The Division is required to consider the guidelines where there are inconsistencies in testimony and the applicant has suffered abuse


If a woman has suffered abuse and has inconsistencies between her testimony and her BOC narrative, the RPD is obliged to weigh the evidence with the Gender Guidelines in mind.[13] It is a best practice for the Division to show that it has considered the guidelines while it is making credibility findings, and not to simply consider them in a separate section at the end of its reasons.[14] In Okpanachi v. Canada, the Federal Court found that the Board had erred when it did not do so:

Here, the RAD did not even refer to the Gender Guidelines in its credibility analysis, let alone assess why the omissions cannot be explained by the factors set out in the Gender Guidelines, before accepting the RPD’s conclusion on credibility based on the omissions. As such, I find the RAD has not taken into account the Gender Guidelines “in a meaningful way” when it adopted the RPD’s credibility finding based on the omissions in the BOC.[15]


Footnote 31 of the guidelines states that "In R v. Lavallee, the Court indicated that expert evidence can assist in dispelling these myths and be used to explain why a woman would remain in a battering relationship." That said, nowhere do the Gender Guidelines state a medical diagnosis is required for gender-related factors to be relevant in explaining a claimant’s difficulties in giving evidence. If a panel refuses to take into account the guidelines and gender in assessing a claimant's evidence on the basis that they have not provided a professional diagnosis, they will have acted on the basis of an irrelevant consideration.[16]

Section 6: Intersectional approach


Section 6 of the Guideline describes intersectionality and states that Members should apply an intersectional approach in all proceedings to which this Guideline applies, based on the evidence of the proceeding. That said, the Federal Court has indicated that the RAD cannot be criticized for not assessing whether an RPD analysis was insufficiently intersectional where the RPD conclusion was not challenged before the RAD.[17]

Section 7: Credibility, implausibility and demeanour


Section 7.13 of the Guideline notes that women from certain cultures where men do not share the details of their political, military or even social activities with their spouses, daughters or mothers, may find themselves in a difficult situation when questioned about the experiences of their male relatives. The Federal Court has upheld a RAD finding that this portion of the guideline was not relevant where an applicant never claimed she was unable to specify her son’s political activities and instead testified that her son had never been politically active.[17]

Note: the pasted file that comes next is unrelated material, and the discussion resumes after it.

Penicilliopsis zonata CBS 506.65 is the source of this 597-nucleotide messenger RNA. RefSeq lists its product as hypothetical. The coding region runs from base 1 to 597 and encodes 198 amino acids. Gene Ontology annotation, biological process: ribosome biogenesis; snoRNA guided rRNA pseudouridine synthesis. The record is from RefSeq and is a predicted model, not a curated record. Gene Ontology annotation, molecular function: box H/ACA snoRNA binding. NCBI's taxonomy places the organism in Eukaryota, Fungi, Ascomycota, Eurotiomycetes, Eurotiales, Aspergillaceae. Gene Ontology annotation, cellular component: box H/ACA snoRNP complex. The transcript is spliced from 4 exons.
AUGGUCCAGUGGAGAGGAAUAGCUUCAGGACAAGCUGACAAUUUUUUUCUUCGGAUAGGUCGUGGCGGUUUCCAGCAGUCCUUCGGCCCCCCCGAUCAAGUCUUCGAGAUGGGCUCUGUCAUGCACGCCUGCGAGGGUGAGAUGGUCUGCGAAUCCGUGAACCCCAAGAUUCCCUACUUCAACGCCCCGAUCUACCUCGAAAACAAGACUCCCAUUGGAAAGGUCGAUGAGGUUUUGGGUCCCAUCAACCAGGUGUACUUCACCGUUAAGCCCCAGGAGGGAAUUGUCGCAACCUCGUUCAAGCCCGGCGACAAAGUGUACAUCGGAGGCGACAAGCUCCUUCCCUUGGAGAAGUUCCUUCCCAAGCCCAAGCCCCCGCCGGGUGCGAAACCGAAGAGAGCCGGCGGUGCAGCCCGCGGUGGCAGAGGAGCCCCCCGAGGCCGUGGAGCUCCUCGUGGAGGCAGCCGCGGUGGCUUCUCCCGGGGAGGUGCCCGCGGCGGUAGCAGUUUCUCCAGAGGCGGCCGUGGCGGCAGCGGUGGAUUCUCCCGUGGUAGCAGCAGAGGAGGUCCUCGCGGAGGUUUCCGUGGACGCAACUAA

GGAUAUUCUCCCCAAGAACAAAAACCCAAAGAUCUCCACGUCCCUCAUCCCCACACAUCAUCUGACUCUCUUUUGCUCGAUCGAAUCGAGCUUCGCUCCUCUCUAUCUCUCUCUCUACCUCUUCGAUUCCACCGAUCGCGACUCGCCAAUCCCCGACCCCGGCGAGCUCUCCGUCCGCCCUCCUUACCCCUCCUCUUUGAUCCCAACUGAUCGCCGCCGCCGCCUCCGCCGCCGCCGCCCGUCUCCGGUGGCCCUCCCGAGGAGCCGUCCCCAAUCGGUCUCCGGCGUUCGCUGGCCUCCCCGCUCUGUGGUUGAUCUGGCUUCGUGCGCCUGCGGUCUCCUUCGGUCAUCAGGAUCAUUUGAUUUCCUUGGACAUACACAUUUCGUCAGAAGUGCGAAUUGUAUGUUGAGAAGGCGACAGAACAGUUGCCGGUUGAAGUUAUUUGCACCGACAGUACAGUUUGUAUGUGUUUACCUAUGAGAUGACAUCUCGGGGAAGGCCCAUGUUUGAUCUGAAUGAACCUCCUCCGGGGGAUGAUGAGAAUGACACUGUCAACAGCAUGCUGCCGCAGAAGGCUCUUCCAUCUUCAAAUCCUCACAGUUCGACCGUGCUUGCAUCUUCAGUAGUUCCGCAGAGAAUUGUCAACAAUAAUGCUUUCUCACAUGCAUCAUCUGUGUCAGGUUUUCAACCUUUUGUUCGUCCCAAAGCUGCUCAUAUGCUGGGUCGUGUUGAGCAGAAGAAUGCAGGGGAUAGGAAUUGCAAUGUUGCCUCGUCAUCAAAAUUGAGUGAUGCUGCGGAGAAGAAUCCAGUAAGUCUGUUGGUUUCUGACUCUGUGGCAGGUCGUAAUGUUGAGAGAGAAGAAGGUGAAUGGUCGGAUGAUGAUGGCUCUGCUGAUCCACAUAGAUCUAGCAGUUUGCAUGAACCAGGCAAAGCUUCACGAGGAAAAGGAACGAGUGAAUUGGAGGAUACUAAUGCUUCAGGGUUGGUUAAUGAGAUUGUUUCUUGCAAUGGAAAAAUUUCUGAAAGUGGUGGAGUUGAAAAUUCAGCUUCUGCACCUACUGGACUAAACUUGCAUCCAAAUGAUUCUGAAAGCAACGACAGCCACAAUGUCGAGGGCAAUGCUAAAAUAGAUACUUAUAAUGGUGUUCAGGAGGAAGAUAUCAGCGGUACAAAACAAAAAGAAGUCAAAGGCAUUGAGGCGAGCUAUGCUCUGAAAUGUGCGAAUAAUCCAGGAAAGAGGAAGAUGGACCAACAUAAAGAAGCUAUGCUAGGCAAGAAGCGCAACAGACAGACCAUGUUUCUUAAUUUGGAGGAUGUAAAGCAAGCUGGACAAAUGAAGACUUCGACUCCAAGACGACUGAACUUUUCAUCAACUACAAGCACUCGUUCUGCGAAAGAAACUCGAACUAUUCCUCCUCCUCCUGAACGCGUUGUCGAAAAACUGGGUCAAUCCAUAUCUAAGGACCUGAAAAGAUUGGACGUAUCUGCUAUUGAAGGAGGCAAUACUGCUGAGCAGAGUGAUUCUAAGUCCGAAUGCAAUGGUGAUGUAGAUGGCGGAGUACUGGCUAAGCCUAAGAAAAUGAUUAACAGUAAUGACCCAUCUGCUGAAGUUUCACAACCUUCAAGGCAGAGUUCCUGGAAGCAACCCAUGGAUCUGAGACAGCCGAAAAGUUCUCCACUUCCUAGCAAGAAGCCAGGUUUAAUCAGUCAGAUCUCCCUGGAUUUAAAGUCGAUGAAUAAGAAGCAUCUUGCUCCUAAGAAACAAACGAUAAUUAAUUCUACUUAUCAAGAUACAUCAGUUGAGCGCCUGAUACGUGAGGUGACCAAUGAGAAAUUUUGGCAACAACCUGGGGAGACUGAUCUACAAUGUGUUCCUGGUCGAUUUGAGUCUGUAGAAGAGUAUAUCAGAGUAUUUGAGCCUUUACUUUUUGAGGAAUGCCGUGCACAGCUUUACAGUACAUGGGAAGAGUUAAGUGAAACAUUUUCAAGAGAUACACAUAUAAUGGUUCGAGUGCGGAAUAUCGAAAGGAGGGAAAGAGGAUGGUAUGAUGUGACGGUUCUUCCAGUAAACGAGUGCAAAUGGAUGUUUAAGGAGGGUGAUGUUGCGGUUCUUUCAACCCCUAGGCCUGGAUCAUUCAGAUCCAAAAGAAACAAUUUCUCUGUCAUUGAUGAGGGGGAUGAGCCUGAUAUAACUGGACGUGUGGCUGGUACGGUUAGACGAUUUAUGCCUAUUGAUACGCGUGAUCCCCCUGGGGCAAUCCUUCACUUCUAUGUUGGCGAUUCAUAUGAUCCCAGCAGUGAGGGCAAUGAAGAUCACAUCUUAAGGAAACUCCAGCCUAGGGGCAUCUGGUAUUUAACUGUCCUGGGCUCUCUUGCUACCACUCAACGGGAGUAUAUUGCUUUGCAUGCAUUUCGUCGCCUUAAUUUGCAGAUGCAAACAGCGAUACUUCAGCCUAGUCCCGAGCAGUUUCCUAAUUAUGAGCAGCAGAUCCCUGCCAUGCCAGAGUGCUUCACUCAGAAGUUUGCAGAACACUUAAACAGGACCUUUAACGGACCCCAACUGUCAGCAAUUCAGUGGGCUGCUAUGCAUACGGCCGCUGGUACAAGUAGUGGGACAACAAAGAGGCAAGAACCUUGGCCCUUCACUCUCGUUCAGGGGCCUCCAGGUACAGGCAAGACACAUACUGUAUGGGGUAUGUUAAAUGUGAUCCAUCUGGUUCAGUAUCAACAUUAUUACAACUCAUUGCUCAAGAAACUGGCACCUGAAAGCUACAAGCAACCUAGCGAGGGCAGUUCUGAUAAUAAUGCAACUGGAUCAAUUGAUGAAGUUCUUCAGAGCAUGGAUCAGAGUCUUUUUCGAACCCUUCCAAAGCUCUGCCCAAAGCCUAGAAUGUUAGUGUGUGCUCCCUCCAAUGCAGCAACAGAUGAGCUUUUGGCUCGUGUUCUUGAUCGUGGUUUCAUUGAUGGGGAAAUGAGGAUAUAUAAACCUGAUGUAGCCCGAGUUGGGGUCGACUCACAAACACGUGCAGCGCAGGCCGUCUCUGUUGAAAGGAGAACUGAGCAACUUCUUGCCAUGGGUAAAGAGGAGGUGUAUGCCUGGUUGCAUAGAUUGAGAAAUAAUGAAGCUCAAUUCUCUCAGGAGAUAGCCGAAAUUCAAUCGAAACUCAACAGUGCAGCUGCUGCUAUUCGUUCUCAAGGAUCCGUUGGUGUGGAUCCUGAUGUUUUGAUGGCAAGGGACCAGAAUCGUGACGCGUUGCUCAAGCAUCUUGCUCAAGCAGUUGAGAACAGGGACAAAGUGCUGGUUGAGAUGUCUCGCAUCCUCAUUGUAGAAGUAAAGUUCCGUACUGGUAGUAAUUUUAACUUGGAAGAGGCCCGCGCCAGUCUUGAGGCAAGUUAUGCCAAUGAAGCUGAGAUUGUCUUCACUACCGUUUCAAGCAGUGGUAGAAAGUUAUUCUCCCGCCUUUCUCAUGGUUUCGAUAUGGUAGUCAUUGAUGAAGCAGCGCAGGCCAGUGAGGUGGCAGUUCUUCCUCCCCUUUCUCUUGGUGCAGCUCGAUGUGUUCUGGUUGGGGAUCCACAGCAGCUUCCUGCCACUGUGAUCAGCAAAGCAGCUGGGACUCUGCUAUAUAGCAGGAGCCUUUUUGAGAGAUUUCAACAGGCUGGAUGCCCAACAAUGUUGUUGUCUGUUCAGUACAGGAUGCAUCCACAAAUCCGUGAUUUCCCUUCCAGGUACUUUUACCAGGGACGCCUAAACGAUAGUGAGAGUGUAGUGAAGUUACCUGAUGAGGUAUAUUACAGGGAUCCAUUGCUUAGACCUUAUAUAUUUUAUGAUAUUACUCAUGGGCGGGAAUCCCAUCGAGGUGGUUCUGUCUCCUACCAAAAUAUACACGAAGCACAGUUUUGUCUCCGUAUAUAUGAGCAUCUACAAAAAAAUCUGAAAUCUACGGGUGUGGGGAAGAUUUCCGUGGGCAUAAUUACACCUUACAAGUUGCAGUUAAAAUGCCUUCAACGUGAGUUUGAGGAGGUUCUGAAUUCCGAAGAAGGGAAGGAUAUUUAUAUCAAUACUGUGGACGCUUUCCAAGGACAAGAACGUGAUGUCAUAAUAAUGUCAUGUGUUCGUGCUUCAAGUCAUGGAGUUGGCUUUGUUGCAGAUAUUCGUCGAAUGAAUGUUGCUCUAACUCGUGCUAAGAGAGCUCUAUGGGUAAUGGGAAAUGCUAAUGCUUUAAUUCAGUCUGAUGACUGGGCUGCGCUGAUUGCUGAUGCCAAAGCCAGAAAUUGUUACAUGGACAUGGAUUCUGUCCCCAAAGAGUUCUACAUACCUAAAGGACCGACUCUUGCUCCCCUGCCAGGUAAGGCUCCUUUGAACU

1. UNHCR, Global Trends: Forced Displacement in 2022, available at <>, p. 17.
  2. Andreas Zimmermann (editor), The 1951 Convention Relating to the Status of Refugees and its 1967 Protocol: A Commentary. Oxford University Press, 2011, 1799 pp, ISBN 978-0-19-954251-2, Regional Developments: Americas, Authors: Piovesan and Jubilut, at p. 216 (para. 44).
  3. Murillo Gonzalez, J.C., La Protección Internacional De Refugiados En El Continente Americano: Nuevos Desarrollos, in XXXV Curso de Derecho International, <> pp. 351.
  4. Immigration and Refugee Board of Canada, Chairperson’s Guideline 4: Gender Considerations in Proceedings Before the Immigration and Refugee Board, ​Amended: October 31, 2023, <> (Accessed November 2, 2023).
  5. Elisias, Agaman v. M.C.I. (F.C., No. IMM-974-19), Roussel, December 18, 2019; 2019 FC 1626, paras. 24-26.
  6. Singh v. Canada (Citizenship and Immigration), 2022 FC 1692 (CanLII), at para 33, <>, retrieved on 2023-06-28
  7. X (Re), 2016 CanLII 106273 (CA IRB), par. 33, <>, retrieved on 2020-05-13.
  8. Correa Juarez v Canada (Citizenship and Immigration), 2010 FC 890 at paras 17-18.
  9. Yu v. Canada (Citizenship and Immigration), 2021 FC 625 (CanLII), at para 22, <>, retrieved on 2023-09-20.
  10. e.g. Okpanachi v. Canada (Citizenship and Immigration), 2022 FC 212 (CanLII), at para 33, <>, retrieved on 2022-06-09.
  11. X (Re), 2020 CanLII 101262 (CA IRB), par. 14, <>, retrieved on 2020-12-21.
  12. X (Re), 2020 CanLII 101262 (CA IRB), par. 21, <>, retrieved on 2020-12-21.
  13. Harry v Canada (Citizenship and Immigration), 2019 FC 85 at para 34.
  14. Okpanachi v. Canada (Citizenship and Immigration), 2022 FC 212 (CanLII), at para 22, <>, retrieved on 2022-06-09.
  15. Okpanachi v. Canada (Citizenship and Immigration), 2022 FC 212 (CanLII), at para 27, <>, retrieved on 2022-06-09.
  16. Nara v Canada (Citizenship and Immigration), 2012 FC 364 at para 35.
  17. a b Nzouankeu, Heleine v. MCI. (FC, IMM-2763-22), St-Louis, March 31, 2023; 2023 FC 440.